Ever since it began as an intervention designed to protect against smallpox, vaccination has been controversial. However, the passion that people bring to debates about vaccination is not always supported by a fair review of the evidence and issues. In this chapter I will outline and discuss a few of the key arguments about this important area of public health.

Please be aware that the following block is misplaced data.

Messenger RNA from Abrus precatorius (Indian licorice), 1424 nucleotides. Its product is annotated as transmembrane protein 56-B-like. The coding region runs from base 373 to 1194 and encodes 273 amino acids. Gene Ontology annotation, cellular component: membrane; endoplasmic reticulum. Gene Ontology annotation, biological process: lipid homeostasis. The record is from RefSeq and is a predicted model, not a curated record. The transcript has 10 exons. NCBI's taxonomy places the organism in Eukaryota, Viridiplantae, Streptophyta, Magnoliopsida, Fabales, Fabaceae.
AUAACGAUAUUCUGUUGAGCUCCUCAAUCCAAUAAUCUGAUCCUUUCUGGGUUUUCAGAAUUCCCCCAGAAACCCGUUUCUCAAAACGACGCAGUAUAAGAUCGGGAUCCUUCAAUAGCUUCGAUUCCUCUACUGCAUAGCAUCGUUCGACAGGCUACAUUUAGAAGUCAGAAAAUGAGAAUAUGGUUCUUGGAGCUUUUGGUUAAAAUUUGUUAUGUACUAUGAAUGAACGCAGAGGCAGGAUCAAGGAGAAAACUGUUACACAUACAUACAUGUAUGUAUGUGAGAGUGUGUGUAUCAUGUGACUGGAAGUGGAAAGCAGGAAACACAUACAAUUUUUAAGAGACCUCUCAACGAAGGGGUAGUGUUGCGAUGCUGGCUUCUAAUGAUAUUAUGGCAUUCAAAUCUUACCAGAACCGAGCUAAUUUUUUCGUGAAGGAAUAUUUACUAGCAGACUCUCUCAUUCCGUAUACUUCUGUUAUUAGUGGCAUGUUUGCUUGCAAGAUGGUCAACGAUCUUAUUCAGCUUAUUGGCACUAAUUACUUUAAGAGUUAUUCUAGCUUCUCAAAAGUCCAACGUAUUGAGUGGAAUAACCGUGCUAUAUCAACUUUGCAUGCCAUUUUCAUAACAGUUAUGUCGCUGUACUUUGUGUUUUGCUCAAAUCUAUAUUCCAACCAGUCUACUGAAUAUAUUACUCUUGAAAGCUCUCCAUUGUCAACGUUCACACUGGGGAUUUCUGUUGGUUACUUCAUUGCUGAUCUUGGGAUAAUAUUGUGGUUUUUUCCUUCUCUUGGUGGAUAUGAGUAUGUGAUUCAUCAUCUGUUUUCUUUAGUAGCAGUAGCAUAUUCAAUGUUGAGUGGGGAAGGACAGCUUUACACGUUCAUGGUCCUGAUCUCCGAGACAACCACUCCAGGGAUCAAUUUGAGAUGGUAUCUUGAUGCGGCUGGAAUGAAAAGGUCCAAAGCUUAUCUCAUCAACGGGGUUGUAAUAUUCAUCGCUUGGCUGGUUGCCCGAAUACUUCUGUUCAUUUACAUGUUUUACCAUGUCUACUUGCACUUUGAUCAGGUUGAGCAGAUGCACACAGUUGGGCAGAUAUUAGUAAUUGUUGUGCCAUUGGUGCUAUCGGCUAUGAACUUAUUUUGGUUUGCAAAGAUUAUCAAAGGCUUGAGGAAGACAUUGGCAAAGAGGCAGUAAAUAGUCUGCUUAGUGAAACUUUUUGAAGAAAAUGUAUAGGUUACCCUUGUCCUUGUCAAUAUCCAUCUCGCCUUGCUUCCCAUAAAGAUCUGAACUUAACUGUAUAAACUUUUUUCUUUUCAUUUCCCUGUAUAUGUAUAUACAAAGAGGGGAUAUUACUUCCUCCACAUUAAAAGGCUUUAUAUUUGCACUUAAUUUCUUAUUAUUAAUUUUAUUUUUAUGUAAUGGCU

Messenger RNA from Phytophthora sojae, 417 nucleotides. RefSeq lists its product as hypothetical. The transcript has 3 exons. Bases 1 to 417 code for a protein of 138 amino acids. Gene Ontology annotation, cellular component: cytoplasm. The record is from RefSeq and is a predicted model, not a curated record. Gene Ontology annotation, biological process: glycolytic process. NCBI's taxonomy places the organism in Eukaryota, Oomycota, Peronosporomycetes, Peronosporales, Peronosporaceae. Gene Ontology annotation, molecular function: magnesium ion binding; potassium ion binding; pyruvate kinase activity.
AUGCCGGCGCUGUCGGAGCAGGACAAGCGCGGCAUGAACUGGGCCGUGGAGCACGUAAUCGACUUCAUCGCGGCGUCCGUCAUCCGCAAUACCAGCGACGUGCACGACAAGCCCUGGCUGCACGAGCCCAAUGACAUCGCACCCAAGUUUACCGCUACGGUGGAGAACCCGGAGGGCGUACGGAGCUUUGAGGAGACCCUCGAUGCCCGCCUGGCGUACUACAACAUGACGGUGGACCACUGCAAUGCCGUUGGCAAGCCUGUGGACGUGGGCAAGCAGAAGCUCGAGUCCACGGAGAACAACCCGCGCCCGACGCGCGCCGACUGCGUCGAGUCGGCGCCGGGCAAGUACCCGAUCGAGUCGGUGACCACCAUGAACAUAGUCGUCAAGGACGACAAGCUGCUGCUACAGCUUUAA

I begin with some clarifications about the limits of this chapter. First, vaccination at its broadest can be taken to involve some form of artificial stimulation of the immune system as a response to actual or potential bacterial or virological infection. Vaccination might be either preventive (given prior to potential infection) or therapeutic (given in response to infection). This chapter is deliberately termed ‘vaccination ethics’ as I will restrict my discussion to priming of the immune system before contact with any disease. This means we can exclude from this chapter discussion of other forms of immunization such as the giving of immunoglobulin after possible exposure to, or after infection with, a disease. This is not because such techniques are unimportant, but because both the use of immunoglobulin and therapeutic vaccination might be thought of as primarily clinical interventions rather than public health activities. This chapter will concentrate on preventive vaccination as this is the core controversial issue. Second, the classic image of vaccination consists of an injection (into the muscle or under the skin).
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